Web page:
This is not a blog about cooking. It’s about vegetables that love heat, that is, growing in it.
I live in Central Texas where the summers are long and hot. We basically have two short growing seasons: a short Spring season when the temperatures are mild and favorable, and a short Fall season when the temperatures are mild and favorable. With a little effort, you can keep some vegetables growing all winter, such as kale, collards, and spinach. And there are also a few vegetables that can keep going in the 100 degree and higher days of summer.
And, I like the idea of having something fresh from the garden throughout the year. And now that June is upon us, which is definitely full-blown summer in Texas, let’s talk about heat-loving vegetables.
1) Black-eyed peas- I have written about black-eyed peas before, and I consider them one of the joys of summer. Most people have never seen them, let alone eaten them, at least not the way I do. I eat them fresh! In the pod, and including the pod. When you pick them fresh and young from the garden, you can do that. I pick them when they are still green, yet with a nice row of peas. (I refer to the peas as biceps because that’s what they remind me of, a row of bicep muscles). Then I steam the whole thing for about 10 to 15 minutes. They make very good eating. Sometimes, as you chew them up, there is a little bit of stringy residue that you might want to spit out, or not. It’s up to you. Overall, they are less fibrous than, say, corn on the cob. So, if you can eat the latter, you can eat the former. And they are very nutritious, chock-ful of everything, including protein. It's rather like getting the benefits of a high-protein food and also getting the benefits of a green vegetable at the same time.
Plus, black-eyed peas love the heat. As long as you water them, they’ll grow all summer no matter how hot it gets. But, to prolong the harvest, you do need to stagger them. Perhaps plant another row every two weeks so that they keep coming all summer.
Another thing I do with black-eyed peas is mature some pods to save for seed. The seeds I planted this year were actually my own seeds from two years ago. And I am going to save seed again this year for planting next year.
2) Okra-I love okra. I love all kinds of okra. This year I have two varieties: the classic Clemson okra and the beautiful red burgundy okra. Both are very delicious. And nutritious. Okra is loaded with minerals, particularly calcium. The great thing about okra is that it only takes one planting in the Spring. Once they start bearing, they keep bearing all summer. No need to stagger them. They just keep going and going and going all the way until fall.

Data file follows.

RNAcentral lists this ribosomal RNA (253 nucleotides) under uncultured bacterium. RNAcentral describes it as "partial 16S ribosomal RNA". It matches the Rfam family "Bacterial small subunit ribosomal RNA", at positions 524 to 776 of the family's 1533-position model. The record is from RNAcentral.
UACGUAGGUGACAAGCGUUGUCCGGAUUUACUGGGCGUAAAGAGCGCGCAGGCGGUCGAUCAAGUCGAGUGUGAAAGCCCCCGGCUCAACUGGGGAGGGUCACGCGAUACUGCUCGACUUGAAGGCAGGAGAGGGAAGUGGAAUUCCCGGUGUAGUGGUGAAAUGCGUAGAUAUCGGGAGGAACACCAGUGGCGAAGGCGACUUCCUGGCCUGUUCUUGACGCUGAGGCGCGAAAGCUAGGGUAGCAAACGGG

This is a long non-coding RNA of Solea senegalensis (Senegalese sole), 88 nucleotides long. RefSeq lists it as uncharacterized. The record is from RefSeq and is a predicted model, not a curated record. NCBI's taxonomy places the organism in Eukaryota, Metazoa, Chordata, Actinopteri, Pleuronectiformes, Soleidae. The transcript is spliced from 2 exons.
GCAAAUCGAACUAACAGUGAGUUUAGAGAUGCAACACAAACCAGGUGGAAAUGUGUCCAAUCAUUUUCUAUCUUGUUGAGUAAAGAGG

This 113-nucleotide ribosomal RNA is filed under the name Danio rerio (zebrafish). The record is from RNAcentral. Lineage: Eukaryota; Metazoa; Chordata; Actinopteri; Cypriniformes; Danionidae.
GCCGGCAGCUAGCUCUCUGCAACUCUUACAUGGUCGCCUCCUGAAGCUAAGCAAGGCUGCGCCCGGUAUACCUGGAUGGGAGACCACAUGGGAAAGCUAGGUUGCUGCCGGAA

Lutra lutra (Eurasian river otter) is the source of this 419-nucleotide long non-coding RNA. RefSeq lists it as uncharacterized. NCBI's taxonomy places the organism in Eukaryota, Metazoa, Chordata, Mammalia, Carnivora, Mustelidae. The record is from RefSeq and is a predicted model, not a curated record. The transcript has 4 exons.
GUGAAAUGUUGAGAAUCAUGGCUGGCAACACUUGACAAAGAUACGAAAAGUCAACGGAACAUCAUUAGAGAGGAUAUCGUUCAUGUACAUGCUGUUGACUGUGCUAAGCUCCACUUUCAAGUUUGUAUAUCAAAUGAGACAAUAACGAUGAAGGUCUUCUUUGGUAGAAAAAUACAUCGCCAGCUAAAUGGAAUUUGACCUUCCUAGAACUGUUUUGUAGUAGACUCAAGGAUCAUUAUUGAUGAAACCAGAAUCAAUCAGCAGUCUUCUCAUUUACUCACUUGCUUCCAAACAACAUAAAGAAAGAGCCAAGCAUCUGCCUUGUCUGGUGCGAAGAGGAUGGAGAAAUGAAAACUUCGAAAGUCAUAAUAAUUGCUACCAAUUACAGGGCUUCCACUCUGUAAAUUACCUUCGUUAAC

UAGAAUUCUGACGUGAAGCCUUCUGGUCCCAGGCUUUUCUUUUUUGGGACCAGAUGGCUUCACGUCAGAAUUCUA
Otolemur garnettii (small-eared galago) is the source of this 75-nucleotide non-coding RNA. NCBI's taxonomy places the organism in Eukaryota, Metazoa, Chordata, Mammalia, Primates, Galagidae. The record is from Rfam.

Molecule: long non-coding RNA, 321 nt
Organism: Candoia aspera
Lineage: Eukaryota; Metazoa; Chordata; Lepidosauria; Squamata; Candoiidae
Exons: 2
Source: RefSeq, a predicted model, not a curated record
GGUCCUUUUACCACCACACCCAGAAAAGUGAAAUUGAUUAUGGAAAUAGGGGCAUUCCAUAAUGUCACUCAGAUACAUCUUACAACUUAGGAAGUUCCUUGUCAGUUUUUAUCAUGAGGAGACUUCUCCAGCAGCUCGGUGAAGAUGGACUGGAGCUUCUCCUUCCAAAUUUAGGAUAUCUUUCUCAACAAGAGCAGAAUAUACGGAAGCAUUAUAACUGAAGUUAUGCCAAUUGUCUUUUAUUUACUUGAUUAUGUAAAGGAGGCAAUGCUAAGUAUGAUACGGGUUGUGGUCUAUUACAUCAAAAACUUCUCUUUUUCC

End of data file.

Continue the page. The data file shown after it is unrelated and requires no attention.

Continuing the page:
The secret to enjoying okra is to cook it right. I steam it, but I watch it very closely. If you undercook it, it won’t have the nice flavor and texture, but if you overcook it, it gets slimey. It usually takes right around 5 minutes to come out perfect.
And another great thing about okra is that it calls for absolutely no butter or oil. It just doesn’t need it. You might want to use a little smattering of sea salt. But that’s all. Nothing else. Delicious!
And okra is definitely a vegetable that is worthwhile to grow at home. Store-bought okra is rarely any good, and I rarely ever buy it. The reason is that they chill it too much. Okra does not like cold temperatures, and even the refrigerator is too cold for it. And it will start to blacken when you chill it excessively, and that’s why supermarket okra often has black edges. If you have to store okra at home, your best bet is to wash it, cut off the ends, steam it for just a minute to blanch it, and then freeze it. It will keep very well that way for months and taste just as good as fresh. Blanching and freezing of okra is a much better idea than prolonged refrigeration.
And okra is so easy to grow. And it grows fast. But, I’ll warn you that if you start too early in the Spring, it may germinate, but as long as temperatures are cool, it won’t grow much early on. It does have to be hot to thrive. But once it does get hot, look out: because okra takes off like a weed.
So, there is no advantage to planting okra early. Wait until it’s at least in the 80s during the day.
3) Malabar spinach-this is a variety of spinach, from Asia, that grows all summer and loves the heat. However, it is not actually related to spinach, and it doesn’t even taste like spinach. It tastes very mild. It’s not a bad taste, but there just isn’t much to it. However, like all green leaves, it’s very nutritious. People don’t usually eat it raw; they usually cook it. But, you shouldn’t overcook it because then it will get mushy. A very quick steaming is all it needs. Tonight, for instance, I had whole grain pasta with tomato sauce and Malabar spinach. I also included some basil from the garden. Well, actually, the herbs we grow in a planter box.
Malabar spinach is also a very beautiful plant. It grows as a vine with tiny pink flowers. And it will climb up anything nearby. For instance, I have tomato cages nearby, and it’s climbing up those tomato cages like crazy. And it will grow and thrive all summer long no matter how hot it gets. I say it’s nice to have a leafy green from your garden even when it’s hot. And Malabar is very easy to grow. It has no disease problems and not much in the way of insect problems either.
We also grow the standard vegetables like tomatoes, peppers, squash, and green beans, but the only one of those that stands a chance of over-summering are peppers. Tomatoes don’t set fruit in the 90s or higher. Squash gives it up once it gets very hot, and green beans play out as well. Right now, we are swimming in tomatoes, and we’ve done well with all of them. But, I suspect that by July, it will be mainly okra, black-eyed peas, and Malabar spinach that comprise our mid-summer garden.